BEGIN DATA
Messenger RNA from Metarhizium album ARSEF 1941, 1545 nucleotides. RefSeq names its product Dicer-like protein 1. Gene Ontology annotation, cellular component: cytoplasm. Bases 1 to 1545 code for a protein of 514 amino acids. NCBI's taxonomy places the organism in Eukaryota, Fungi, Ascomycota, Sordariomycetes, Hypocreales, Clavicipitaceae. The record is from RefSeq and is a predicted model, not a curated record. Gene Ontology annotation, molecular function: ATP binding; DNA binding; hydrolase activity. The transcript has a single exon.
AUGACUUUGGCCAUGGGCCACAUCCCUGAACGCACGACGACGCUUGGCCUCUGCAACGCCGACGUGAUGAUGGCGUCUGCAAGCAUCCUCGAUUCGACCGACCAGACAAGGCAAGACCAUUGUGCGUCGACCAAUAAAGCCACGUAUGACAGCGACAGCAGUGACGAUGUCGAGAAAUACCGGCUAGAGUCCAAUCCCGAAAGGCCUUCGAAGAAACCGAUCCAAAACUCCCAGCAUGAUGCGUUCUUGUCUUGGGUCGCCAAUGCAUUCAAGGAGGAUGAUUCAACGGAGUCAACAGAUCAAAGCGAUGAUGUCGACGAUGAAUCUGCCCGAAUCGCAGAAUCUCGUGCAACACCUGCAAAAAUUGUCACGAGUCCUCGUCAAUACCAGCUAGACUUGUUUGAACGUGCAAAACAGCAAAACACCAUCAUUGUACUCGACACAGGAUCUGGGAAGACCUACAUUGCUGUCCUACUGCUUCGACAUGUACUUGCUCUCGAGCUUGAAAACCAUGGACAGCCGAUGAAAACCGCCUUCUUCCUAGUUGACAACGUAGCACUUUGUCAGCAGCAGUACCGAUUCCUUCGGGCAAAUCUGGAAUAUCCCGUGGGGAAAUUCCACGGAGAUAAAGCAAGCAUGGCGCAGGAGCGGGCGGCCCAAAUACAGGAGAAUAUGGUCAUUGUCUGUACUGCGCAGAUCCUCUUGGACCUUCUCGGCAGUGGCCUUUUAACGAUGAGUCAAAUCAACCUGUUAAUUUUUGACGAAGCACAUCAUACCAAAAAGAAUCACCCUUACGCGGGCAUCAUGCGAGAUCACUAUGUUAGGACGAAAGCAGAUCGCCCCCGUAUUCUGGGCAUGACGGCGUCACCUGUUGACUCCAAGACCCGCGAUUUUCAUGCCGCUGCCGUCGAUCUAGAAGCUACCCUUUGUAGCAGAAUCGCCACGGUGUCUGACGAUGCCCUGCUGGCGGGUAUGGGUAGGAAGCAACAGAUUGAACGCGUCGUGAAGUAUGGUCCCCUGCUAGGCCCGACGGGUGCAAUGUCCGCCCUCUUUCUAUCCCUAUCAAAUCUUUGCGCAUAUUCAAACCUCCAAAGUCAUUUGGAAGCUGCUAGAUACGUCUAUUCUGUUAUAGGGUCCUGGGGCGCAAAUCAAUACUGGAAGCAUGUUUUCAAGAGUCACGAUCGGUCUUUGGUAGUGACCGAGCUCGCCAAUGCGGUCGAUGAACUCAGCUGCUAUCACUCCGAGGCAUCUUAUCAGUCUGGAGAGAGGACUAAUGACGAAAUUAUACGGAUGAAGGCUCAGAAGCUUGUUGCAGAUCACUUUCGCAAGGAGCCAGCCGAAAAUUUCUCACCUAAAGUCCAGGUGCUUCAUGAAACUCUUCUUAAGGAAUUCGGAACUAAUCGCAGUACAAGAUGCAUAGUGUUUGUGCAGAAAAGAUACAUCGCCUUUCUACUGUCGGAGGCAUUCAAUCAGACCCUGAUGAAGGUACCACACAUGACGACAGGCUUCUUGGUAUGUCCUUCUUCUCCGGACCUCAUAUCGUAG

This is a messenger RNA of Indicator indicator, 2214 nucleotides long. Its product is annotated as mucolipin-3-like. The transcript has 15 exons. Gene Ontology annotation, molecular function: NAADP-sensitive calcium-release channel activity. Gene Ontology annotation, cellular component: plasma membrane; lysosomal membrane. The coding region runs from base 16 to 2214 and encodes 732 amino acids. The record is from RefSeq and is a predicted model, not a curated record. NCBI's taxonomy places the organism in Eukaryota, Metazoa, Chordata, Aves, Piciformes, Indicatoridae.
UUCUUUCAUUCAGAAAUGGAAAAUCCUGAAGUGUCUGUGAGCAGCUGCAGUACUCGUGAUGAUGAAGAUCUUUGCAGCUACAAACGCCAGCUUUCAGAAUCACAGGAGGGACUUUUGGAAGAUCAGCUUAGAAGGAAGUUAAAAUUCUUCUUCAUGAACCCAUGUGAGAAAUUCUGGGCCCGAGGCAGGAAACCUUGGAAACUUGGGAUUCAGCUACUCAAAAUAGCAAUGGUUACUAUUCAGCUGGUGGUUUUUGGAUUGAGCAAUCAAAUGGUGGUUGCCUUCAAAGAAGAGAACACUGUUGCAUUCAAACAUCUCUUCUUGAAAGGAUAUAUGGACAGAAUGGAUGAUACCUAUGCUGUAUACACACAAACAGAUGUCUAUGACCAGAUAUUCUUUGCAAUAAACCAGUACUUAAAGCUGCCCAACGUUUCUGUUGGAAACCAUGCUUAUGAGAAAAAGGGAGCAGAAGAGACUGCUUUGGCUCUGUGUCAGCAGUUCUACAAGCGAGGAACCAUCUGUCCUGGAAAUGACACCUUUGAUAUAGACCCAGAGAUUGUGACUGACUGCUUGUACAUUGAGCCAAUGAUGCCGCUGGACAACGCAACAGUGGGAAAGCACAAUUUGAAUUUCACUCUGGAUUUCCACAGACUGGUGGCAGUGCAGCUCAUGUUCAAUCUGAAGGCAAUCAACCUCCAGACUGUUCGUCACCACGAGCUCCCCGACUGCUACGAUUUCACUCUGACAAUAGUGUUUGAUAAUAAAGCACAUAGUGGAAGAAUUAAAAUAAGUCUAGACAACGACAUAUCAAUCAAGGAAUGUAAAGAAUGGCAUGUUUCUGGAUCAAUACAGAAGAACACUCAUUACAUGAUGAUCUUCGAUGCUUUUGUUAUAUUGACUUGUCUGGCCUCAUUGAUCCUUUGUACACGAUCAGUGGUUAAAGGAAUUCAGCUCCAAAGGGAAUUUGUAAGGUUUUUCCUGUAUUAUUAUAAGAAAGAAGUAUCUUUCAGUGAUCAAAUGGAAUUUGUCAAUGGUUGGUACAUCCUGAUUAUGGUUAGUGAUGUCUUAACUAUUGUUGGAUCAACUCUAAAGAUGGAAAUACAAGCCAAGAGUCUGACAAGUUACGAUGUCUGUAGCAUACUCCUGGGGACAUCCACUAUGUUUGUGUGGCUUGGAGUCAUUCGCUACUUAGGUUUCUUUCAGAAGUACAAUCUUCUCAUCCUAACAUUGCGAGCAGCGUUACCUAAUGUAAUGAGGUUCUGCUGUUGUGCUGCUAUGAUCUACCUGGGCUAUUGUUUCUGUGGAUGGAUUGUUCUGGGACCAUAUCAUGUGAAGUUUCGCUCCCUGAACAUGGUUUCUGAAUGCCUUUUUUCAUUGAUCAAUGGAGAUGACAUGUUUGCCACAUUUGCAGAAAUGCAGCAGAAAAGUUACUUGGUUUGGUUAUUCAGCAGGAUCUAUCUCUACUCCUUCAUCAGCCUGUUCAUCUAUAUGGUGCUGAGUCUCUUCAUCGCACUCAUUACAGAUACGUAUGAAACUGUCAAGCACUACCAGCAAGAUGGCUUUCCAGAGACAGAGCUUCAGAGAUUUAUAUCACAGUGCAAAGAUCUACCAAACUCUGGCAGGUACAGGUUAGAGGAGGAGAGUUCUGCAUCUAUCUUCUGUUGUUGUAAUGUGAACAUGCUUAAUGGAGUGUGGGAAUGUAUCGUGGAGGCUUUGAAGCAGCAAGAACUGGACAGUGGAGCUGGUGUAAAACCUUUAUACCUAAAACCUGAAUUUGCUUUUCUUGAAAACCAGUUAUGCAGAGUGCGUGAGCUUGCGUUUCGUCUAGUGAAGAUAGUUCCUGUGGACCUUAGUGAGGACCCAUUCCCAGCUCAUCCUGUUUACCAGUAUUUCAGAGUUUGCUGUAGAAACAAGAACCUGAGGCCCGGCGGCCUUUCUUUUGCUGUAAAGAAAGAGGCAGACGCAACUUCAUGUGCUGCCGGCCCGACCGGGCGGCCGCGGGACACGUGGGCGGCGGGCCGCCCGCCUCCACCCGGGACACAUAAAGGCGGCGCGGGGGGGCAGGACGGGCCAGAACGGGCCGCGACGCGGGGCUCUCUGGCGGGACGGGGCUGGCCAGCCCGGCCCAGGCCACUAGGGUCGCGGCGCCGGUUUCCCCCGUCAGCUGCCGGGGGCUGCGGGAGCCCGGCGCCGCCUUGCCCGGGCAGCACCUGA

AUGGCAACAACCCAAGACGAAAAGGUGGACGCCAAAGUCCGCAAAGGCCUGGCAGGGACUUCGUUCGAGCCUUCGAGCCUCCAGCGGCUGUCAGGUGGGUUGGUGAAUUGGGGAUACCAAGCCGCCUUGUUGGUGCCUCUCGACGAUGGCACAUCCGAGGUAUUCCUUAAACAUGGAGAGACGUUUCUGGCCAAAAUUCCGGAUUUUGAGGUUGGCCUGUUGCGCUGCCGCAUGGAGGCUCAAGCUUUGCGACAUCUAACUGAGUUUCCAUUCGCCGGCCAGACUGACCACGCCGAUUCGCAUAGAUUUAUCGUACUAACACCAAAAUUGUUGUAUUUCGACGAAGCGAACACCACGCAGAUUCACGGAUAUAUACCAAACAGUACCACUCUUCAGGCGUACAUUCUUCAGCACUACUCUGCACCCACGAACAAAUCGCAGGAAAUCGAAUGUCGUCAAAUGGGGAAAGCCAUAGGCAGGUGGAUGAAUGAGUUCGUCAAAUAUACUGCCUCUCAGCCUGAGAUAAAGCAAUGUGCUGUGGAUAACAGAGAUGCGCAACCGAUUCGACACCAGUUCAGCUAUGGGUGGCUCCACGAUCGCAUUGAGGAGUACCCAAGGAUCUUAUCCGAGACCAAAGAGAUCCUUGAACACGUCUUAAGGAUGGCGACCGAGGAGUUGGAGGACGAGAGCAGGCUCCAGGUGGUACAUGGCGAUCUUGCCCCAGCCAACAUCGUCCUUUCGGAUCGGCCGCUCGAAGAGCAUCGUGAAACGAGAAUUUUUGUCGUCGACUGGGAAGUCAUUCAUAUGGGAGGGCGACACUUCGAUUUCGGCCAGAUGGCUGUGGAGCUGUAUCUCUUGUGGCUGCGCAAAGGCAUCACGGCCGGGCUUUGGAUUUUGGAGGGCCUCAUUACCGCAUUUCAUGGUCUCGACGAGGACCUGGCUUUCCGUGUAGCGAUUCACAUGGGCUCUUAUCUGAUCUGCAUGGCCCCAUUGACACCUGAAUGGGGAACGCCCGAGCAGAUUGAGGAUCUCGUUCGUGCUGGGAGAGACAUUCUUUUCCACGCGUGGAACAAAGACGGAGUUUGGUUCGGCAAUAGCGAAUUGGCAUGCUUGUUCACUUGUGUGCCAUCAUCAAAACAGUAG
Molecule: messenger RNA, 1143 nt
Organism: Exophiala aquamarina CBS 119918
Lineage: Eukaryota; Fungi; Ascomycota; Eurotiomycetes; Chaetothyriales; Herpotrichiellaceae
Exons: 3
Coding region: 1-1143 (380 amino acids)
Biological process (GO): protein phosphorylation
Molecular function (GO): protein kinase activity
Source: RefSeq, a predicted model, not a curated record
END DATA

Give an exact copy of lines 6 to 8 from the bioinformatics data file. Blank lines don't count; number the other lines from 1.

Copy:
Molecule: messenger RNA, 1143 nt
Organism: Exophiala aquamarina CBS 119918
Lineage: Eukaryota; Fungi; Ascomycota; Eurotiomycetes; Chaetothyriales; Herpotrichiellaceae